This is something I’ve faced in my own experiences and it’s a hard to get out from under that label. As a token person in a predominantly white group, you are usually saddled with your identity as the minority more than any other character trait. It sometimes even eclipses some of your greatest qualities.

Whats worse is the attention one receives from being a token. In Rae’s experience, it led to being oversexualized, and people calling them “exotic.” Cosplay is something they don’t do very much anymore and have semi-retired because of the issues they’ve faced. For now, they only cosplay with close friends and their wife.

Photo by Neffectualism

Sadly, Rae can only rely on their friends for this kind of support. Their parents have disowned them. Rae’s brother still talks to them, but that is the only familial support they can get.

For much of Rae’s life, they have felt like an outsider, a stranger in a strange land where they don’t seem to belong. Not their family, conventions, their own country or even in the trans community. No matter what support there my be there, Rae still wonders if they are “trans enough.” Rae said there’s been a lot of hostility and debate within the LGBT community as well as just the trans community about people who are nonbinary/genderfluid/genderqueer.

“I do feel, often, that I don’t deserve to be called trans, as I feel like I’m co-opting someone else’s struggles, and I should focus on being a better ally,” they said. “I worry that being gender non-conforming might upset a lot of people within the community, or that I don’t fit the standard trans narrative enough, and that people will think I’m over exaggerating or trying to mold myself into something I’m not.”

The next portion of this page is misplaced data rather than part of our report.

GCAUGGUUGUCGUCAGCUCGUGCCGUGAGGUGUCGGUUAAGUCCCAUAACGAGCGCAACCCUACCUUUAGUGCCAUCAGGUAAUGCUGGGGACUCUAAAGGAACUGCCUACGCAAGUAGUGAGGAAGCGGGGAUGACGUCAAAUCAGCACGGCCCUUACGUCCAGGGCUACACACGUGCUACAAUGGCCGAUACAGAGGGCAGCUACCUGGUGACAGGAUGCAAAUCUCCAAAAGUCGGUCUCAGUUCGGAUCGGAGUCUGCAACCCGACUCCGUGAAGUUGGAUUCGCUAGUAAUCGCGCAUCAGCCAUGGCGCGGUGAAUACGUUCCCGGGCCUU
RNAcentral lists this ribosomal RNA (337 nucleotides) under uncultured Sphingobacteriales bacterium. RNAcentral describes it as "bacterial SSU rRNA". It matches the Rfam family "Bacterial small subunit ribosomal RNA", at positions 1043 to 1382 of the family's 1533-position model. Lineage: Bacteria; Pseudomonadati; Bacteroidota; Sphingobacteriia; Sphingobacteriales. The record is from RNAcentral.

I may only be an ally in this community, but I’d feel people like Rae should still be just as valid, which is why they are in my article series to begin with.

But through all these problems, through all these issues they have endured, Rae still keeps pushing through. At times, its all some can only do when waiting for the darkness to pass.

“I’m still here. The world hasn’t broken me yet. I’m still learning and evolving and discovering cool new things about myself, and I’m learning to be happy,” they said.

What does it feel like being both a trans and a person of color?

“Being both trans and a person of color is like ticking off a full bingo, but the only reward is diminished privilege and fewer opportunities! It also feels like my very existence is rebellious and like me existing is a form of political protest against the normal and typical. I like that it scares people, if I’m honest.”

Has the culture of your race or ethnicity affected your feeling of being trans?

“My heritage definitely affects my feelings about being trans or gender non-conforming. I was never fully immersed into my parents’ heritage and history, or country’s history even, and everything I knew was second-hand and told to me by them. I was born in the UK so I don’t always see myself as Indian or Asian. Naturally, I grew up believing I’d be stoned to death for being gay or trans, and then once I spent some time researching things I realized that whilst yes, it was a taboo, there were entire subcultures and communities where non-binary genders were recognized. It was a revelation, and whilst I could never speak about this to my blood family, it was heartwarming to see people just like me who have existed for centuries. “